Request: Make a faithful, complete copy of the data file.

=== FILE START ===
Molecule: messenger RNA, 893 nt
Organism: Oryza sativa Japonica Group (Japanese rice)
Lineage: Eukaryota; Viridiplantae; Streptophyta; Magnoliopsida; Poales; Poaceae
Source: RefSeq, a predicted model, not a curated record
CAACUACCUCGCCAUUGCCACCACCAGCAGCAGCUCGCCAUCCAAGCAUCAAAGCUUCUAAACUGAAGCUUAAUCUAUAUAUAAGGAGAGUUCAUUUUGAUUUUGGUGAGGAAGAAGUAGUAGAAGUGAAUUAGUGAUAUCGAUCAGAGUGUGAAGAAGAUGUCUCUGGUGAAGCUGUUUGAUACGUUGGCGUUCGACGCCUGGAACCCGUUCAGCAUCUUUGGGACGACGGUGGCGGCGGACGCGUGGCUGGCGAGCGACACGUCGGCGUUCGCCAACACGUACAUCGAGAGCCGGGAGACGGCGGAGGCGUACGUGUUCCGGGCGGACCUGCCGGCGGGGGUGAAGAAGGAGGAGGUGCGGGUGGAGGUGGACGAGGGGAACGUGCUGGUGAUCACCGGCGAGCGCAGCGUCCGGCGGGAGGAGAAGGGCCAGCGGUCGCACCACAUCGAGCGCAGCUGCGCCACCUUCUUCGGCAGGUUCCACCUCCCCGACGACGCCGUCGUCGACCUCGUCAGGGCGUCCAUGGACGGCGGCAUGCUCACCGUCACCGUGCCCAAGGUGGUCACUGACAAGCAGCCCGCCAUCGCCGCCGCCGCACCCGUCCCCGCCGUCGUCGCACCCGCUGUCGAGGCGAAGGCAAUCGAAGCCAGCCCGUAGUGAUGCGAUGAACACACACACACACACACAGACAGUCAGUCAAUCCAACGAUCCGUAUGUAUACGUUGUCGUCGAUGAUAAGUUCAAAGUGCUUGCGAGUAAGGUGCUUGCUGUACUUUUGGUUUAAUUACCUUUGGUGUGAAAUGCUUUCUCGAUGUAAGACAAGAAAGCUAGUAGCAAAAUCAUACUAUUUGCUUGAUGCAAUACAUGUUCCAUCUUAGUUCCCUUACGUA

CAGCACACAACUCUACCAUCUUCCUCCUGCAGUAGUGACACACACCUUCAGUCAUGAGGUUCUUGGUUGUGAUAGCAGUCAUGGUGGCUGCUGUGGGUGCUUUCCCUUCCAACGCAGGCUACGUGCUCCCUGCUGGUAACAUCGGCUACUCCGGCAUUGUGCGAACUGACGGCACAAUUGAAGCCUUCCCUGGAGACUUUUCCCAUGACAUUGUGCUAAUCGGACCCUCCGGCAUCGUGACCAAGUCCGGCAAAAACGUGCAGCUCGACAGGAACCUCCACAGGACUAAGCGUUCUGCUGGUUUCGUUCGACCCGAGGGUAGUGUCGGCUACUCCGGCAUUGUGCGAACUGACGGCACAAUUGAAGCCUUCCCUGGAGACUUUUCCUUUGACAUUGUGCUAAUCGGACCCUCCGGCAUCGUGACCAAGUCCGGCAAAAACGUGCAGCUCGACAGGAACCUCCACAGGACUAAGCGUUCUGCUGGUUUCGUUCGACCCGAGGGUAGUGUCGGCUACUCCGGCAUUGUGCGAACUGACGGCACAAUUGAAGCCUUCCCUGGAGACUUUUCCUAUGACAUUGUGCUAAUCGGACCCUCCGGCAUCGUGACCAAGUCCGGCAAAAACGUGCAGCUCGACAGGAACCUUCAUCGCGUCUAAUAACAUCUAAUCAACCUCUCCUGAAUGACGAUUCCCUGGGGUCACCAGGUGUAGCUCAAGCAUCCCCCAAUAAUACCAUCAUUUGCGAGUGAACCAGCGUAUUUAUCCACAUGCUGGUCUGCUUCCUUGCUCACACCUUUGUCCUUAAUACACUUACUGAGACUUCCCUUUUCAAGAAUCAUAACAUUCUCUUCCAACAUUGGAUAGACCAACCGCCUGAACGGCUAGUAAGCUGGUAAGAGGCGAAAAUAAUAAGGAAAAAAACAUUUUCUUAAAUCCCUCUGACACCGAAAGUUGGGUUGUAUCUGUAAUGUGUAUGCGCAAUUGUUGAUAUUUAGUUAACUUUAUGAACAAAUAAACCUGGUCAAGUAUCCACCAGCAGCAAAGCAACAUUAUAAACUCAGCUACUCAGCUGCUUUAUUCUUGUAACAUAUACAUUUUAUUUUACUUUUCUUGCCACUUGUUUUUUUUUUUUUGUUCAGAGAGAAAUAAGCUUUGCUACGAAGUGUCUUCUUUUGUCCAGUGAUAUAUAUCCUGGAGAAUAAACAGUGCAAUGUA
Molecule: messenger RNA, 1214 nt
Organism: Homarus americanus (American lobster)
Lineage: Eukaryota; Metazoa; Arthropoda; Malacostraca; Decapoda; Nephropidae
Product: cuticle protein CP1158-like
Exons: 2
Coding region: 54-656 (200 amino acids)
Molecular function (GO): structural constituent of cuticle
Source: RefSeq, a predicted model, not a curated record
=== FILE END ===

Molecule: messenger RNA, 893 nt
Organism: Oryza sativa Japonica Group (Japanese rice)
Lineage: Eukaryota; Viridiplantae; Streptophyta; Magnoliopsida; Poales; Poaceae
Source: RefSeq, a predicted model, not a curated record
CAACUACCUCGCCAUUGCCACCACCAGCAGCAGCUCGCCAUCCAAGCAUCAAAGCUUCUAAACUGAAGCUUAAUCUAUAUAUAAGGAGAGUUCAUUUUGAUUUUGGUGAGGAAGAAGUAGUAGAAGUGAAUUAGUGAUAUCGAUCAGAGUGUGAAGAAGAUGUCUCUGGUGAAGCUGUUUGAUACGUUGGCGUUCGACGCCUGGAACCCGUUCAGCAUCUUUGGGACGACGGUGGCGGCGGACGCGUGGCUGGCGAGCGACACGUCGGCGUUCGCCAACACGUACAUCGAGAGCCGGGAGACGGCGGAGGCGUACGUGUUCCGGGCGGACCUGCCGGCGGGGGUGAAGAAGGAGGAGGUGCGGGUGGAGGUGGACGAGGGGAACGUGCUGGUGAUCACCGGCGAGCGCAGCGUCCGGCGGGAGGAGAAGGGCCAGCGGUCGCACCACAUCGAGCGCAGCUGCGCCACCUUCUUCGGCAGGUUCCACCUCCCCGACGACGCCGUCGUCGACCUCGUCAGGGCGUCCAUGGACGGCGGCAUGCUCACCGUCACCGUGCCCAAGGUGGUCACUGACAAGCAGCCCGCCAUCGCCGCCGCCGCACCCGUCCCCGCCGUCGUCGCACCCGCUGUCGAGGCGAAGGCAAUCGAAGCCAGCCCGUAGUGAUGCGAUGAACACACACACACACACACAGACAGUCAGUCAAUCCAACGAUCCGUAUGUAUACGUUGUCGUCGAUGAUAAGUUCAAAGUGCUUGCGAGUAAGGUGCUUGCUGUACUUUUGGUUUAAUUACCUUUGGUGUGAAAUGCUUUCUCGAUGUAAGACAAGAAAGCUAGUAGCAAAAUCAUACUAUUUGCUUGAUGCAAUACAUGUUCCAUCUUAGUUCCCUUACGUA

CAGCACACAACUCUACCAUCUUCCUCCUGCAGUAGUGACACACACCUUCAGUCAUGAGGUUCUUGGUUGUGAUAGCAGUCAUGGUGGCUGCUGUGGGUGCUUUCCCUUCCAACGCAGGCUACGUGCUCCCUGCUGGUAACAUCGGCUACUCCGGCAUUGUGCGAACUGACGGCACAAUUGAAGCCUUCCCUGGAGACUUUUCCCAUGACAUUGUGCUAAUCGGACCCUCCGGCAUCGUGACCAAGUCCGGCAAAAACGUGCAGCUCGACAGGAACCUCCACAGGACUAAGCGUUCUGCUGGUUUCGUUCGACCCGAGGGUAGUGUCGGCUACUCCGGCAUUGUGCGAACUGACGGCACAAUUGAAGCCUUCCCUGGAGACUUUUCCUUUGACAUUGUGCUAAUCGGACCCUCCGGCAUCGUGACCAAGUCCGGCAAAAACGUGCAGCUCGACAGGAACCUCCACAGGACUAAGCGUUCUGCUGGUUUCGUUCGACCCGAGGGUAGUGUCGGCUACUCCGGCAUUGUGCGAACUGACGGCACAAUUGAAGCCUUCCCUGGAGACUUUUCCUAUGACAUUGUGCUAAUCGGACCCUCCGGCAUCGUGACCAAGUCCGGCAAAAACGUGCAGCUCGACAGGAACCUUCAUCGCGUCUAAUAACAUCUAAUCAACCUCUCCUGAAUGACGAUUCCCUGGGGUCACCAGGUGUAGCUCAAGCAUCCCCCAAUAAUACCAUCAUUUGCGAGUGAACCAGCGUAUUUAUCCACAUGCUGGUCUGCUUCCUUGCUCACACCUUUGUCCUUAAUACACUUACUGAGACUUCCCUUUUCAAGAAUCAUAACAUUCUCUUCCAACAUUGGAUAGACCAACCGCCUGAACGGCUAGUAAGCUGGUAAGAGGCGAAAAUAAUAAGGAAAAAAACAUUUUCUUAAAUCCCUCUGACACCGAAAGUUGGGUUGUAUCUGUAAUGUGUAUGCGCAAUUGUUGAUAUUUAGUUAACUUUAUGAACAAAUAAACCUGGUCAAGUAUCCACCAGCAGCAAAGCAACAUUAUAAACUCAGCUACUCAGCUGCUUUAUUCUUGUAACAUAUACAUUUUAUUUUACUUUUCUUGCCACUUGUUUUUUUUUUUUUGUUCAGAGAGAAAUAAGCUUUGCUACGAAGUGUCUUCUUUUGUCCAGUGAUAUAUAUCCUGGAGAAUAAACAGUGCAAUGUA
Molecule: messenger RNA, 1214 nt
Organism: Homarus americanus (American lobster)
Lineage: Eukaryota; Metazoa; Arthropoda; Malacostraca; Decapoda; Nephropidae
Product: cuticle protein CP1158-like
Exons: 2
Coding region: 54-656 (200 amino acids)
Molecular function (GO): structural constituent of cuticle
Source: RefSeq, a predicted model, not a curated record